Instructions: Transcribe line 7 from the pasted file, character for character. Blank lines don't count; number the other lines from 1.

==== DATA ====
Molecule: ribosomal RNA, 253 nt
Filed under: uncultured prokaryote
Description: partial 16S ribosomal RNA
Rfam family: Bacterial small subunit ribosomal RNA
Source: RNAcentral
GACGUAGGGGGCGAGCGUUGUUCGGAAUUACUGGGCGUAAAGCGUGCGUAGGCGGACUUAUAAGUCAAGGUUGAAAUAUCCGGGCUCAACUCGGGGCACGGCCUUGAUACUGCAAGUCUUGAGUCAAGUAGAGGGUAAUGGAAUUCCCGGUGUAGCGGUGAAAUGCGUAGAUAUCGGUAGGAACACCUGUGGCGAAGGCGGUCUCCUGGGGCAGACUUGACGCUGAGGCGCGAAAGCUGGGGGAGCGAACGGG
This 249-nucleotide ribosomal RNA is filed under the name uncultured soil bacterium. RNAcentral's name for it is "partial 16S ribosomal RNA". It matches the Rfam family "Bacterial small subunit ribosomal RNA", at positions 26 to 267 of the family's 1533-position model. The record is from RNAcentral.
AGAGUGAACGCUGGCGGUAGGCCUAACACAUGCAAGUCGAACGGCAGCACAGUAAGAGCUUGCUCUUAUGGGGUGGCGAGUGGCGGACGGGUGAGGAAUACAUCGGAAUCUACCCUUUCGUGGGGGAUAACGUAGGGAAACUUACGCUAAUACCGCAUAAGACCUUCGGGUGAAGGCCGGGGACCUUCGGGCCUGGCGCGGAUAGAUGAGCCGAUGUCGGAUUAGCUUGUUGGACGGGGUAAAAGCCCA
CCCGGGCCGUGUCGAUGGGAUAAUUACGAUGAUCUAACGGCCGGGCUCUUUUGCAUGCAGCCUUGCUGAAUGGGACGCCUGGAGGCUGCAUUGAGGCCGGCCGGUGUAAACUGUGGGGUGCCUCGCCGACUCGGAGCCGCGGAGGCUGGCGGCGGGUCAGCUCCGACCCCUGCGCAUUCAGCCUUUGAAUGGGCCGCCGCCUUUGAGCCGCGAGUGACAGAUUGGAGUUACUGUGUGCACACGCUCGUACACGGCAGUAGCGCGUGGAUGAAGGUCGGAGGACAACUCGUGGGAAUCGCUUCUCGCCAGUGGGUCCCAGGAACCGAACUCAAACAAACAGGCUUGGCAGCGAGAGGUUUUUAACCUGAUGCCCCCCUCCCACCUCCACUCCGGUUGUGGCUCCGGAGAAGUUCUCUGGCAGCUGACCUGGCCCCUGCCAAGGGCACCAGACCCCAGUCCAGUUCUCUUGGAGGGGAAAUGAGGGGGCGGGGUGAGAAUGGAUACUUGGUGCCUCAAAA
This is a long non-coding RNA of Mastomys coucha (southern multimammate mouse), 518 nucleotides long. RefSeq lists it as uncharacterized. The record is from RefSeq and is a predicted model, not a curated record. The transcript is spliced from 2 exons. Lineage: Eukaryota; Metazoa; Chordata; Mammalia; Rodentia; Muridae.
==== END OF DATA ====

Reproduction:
This 249-nucleotide ribosomal RNA is filed under the name uncultured soil bacterium. RNAcentral's name for it is "partial 16S ribosomal RNA". It matches the Rfam family "Bacterial small subunit ribosomal RNA", at positions 26 to 267 of the family's 1533-position model. The record is from RNAcentral.